To emphasize again, each person will have to undergo this assessment of his Torah learning. The only question is if it will happen during a personâ€™s lifetime – when he uses his free will to do so – or if it will be made in Heaven, where it will be too late. A person on this world has the free will to choose to make this examination on himself: To see how much he is exerting himself in Torah, how connected he is to Torah, how much clarity he has in his learning, etc.
If a person does not make this reflection, he will simply live a carefree life, thinking that all is well and that he just has to keep increasing his time for learning and that he should simply keep exerting himself more and more. Although this is also true, a person must not think that this is all he needs in his connection to Torah. There is much more to the connection to Torah that a person needs, and every person will have to see it at some point; whether on this world, or on the next.
If a person didnâ€™t assess his connection to Torah on this world, he will be shown in the next world all that he was supposed to reach â€“ which was a simple truth that he could have reached even as he lived on this world. If one realizes as he is on this world that improvement is needed in his connection to Torah learning, then he has a chance of changing, because he still has free will. But if a person waits until the next world to see the truth, there, it is too late to do anything, and there he will remain with his very minimal level of connection to Torah.
The Nefesh HaChaim explains that the study of mussar began because the great leaders were seeing that much was missing from their Torah learning. The Nefesh HaChaim calls them the â€˜eyes of the congregation.â€ In other words, these great people had the â€˜eyesâ€™ to see what was missing. They had a spiritual lens that could see beyond the external layer of things.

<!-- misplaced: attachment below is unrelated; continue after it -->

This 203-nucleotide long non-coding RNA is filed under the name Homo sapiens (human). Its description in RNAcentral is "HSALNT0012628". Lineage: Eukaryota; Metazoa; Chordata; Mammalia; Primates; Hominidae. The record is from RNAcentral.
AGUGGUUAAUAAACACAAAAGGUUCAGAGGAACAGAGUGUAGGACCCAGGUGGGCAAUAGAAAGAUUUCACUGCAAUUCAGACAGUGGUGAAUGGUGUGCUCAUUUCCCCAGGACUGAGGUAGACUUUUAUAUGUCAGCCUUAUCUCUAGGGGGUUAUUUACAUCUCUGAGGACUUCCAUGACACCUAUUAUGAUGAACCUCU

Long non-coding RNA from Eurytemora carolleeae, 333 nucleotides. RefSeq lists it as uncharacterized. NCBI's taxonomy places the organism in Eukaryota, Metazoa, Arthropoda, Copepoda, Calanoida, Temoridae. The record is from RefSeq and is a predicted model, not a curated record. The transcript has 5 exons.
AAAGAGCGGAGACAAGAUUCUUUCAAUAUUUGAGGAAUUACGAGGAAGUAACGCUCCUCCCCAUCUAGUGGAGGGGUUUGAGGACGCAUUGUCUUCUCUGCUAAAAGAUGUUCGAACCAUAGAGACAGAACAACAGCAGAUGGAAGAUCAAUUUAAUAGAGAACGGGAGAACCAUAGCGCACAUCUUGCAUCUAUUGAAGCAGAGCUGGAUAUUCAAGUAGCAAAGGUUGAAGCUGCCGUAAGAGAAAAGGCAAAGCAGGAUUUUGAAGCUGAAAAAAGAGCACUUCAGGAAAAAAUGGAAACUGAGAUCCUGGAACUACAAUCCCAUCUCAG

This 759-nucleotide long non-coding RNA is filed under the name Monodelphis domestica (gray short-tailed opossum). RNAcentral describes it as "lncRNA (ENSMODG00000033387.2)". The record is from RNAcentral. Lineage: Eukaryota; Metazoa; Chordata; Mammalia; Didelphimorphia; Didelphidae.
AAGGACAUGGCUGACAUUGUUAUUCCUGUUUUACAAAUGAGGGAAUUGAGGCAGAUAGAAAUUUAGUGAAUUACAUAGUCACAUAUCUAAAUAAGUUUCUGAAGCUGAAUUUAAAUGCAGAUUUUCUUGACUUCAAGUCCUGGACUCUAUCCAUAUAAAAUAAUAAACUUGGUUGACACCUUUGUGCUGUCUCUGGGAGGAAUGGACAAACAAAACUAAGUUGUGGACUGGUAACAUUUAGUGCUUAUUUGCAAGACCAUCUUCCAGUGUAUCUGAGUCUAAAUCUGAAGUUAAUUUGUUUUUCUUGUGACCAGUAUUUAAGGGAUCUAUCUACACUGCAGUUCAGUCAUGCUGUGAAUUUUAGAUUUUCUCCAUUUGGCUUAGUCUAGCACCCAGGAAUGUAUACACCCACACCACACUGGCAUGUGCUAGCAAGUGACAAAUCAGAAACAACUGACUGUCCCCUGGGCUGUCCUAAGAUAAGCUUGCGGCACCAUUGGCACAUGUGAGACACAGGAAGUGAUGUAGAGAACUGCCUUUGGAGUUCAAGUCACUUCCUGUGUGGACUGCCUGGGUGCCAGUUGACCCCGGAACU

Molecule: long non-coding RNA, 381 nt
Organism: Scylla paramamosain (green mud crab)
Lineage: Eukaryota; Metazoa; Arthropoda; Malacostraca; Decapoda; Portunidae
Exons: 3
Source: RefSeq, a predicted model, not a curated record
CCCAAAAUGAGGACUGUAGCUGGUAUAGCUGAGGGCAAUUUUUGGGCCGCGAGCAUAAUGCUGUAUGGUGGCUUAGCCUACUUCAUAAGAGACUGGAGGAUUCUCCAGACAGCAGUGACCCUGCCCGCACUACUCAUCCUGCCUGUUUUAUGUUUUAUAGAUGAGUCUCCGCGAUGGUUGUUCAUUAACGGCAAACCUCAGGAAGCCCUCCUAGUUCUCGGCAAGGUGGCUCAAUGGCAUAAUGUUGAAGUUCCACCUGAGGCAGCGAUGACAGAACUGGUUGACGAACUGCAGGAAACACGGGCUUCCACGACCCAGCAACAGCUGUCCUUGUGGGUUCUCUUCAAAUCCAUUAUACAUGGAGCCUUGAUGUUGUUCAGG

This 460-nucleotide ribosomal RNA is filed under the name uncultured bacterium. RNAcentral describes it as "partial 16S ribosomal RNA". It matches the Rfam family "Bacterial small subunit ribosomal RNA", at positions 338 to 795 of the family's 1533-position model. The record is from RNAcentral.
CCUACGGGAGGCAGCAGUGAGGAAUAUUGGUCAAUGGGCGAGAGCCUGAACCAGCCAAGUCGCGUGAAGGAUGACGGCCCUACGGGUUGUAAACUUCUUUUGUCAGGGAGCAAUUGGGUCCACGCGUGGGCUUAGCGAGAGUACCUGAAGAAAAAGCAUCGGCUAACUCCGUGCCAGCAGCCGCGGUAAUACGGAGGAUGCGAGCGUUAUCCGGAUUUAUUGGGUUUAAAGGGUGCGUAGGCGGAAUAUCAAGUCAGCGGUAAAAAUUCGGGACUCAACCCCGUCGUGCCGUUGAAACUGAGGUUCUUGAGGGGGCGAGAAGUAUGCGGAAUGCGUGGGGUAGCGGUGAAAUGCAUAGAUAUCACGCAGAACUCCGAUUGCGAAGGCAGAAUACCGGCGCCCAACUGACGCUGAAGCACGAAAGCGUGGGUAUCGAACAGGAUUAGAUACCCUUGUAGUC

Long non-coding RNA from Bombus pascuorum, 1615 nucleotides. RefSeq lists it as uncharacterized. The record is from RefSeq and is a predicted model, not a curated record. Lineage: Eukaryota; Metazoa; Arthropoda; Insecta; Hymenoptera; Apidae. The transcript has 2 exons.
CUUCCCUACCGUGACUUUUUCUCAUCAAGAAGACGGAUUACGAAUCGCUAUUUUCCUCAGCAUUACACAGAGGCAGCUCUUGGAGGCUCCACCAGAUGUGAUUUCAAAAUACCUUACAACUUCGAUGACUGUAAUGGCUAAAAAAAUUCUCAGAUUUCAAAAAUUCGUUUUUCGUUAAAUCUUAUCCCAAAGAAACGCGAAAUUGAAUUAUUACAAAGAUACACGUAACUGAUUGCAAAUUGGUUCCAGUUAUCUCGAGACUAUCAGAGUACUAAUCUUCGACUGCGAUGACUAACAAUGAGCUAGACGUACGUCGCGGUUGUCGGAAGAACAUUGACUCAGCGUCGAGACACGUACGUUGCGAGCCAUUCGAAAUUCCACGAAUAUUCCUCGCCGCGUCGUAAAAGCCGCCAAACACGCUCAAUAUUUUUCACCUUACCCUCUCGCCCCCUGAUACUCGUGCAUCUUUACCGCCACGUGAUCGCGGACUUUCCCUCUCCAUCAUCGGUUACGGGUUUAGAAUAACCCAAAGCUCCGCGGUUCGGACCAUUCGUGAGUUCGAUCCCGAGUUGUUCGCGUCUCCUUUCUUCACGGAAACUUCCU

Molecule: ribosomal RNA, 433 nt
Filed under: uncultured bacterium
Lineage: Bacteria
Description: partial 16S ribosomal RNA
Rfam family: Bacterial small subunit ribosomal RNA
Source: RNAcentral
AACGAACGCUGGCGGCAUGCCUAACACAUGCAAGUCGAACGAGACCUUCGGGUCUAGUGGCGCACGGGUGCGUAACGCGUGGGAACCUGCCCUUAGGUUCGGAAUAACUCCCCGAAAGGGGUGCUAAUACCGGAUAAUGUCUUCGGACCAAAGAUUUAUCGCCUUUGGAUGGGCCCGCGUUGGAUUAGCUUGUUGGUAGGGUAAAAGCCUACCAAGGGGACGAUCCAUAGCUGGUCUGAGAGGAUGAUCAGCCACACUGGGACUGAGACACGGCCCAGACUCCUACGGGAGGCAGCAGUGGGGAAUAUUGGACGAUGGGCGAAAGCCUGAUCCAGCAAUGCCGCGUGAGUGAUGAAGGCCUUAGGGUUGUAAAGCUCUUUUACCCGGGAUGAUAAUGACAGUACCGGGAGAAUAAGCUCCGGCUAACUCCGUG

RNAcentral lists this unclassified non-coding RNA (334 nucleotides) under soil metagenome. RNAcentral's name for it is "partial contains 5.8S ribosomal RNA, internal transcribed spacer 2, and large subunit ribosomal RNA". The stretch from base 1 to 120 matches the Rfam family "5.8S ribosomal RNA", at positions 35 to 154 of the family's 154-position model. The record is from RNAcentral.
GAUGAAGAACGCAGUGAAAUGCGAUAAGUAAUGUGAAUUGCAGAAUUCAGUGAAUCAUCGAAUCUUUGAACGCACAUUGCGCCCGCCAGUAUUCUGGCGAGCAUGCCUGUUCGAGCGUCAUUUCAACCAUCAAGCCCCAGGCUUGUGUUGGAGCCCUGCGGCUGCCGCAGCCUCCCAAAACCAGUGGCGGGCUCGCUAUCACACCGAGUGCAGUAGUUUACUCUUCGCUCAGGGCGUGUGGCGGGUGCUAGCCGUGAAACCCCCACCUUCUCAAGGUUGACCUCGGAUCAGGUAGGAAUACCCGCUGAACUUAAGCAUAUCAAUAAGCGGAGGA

When a person sees the world through a superficial lens, he does not see what the problems are. He walks into a beis midrash full of people learning Torah, and he might feel, â€œAh, â€œpraiseworthy are the eyes that have seen this.â€ But if he would have more inner vision, he would instantly see what is missing from the beis midrash. (To see and fix the problem, though, he would have to be on a very high spiritual level).
The Nefesh HaChaim says that the leaders of the generation who founded the study of mussar were the â€˜eyes of the congregation.â€™ They had â€˜eyesâ€™ that could see things which others couldnâ€™t see. They could see subtleties; they possessed the discerning eye of a Torah scholar, who sees beyond the superficial layer of things.
In recent generations, there has been a great increase of Torah study. But those with inner vision can see that a deep connection to Torah is missing, and they see a whole different reality than how others see it. The leaders of the generation, who are called â€˜eyes of the generationâ€™, see this painful reality. But each person on his own level can gain some inner vision and he can sense that there is much that is missing from his connection to Torah.
The Nefesh HaChaim continues that those who noticed what was missing from Torah study wrote sefarim that explain yirah (fear of Hashem) to redirect the hearts of the nation, so that they could rededicate themselves to the study of Torah and to serving Hashem, with pure fear of Heaven.
A superficial reading of these words of the Nefesh HaChaim seems to imply that they realized that their Torah learning was causing them to be in lacking in yirah and in avodas Hashem, thus the leaders of the past wrote sefarim that explain yirah, in order to gain back their yirah.
However, that is not what he writes. The Nefesh HaChaim is saying [in conjunction with the earlier paragraphs] that because their Torah learning was lacking in yirah, because it was lacking with a â€œburning love for Torahâ€ as he puts it, they felt that their very Torah learning was lacking. [Thus they werenâ€™t just missing yirah; they were missing Torah, because they were missing yirah in their Torah].
Thus, when they wrote sefarim about yirah, they didnâ€™t do this just so they could gain yirah; they did it so that their Torah learning could become improved in this way. For it is written, â€œFear of G-d is wisdom.â€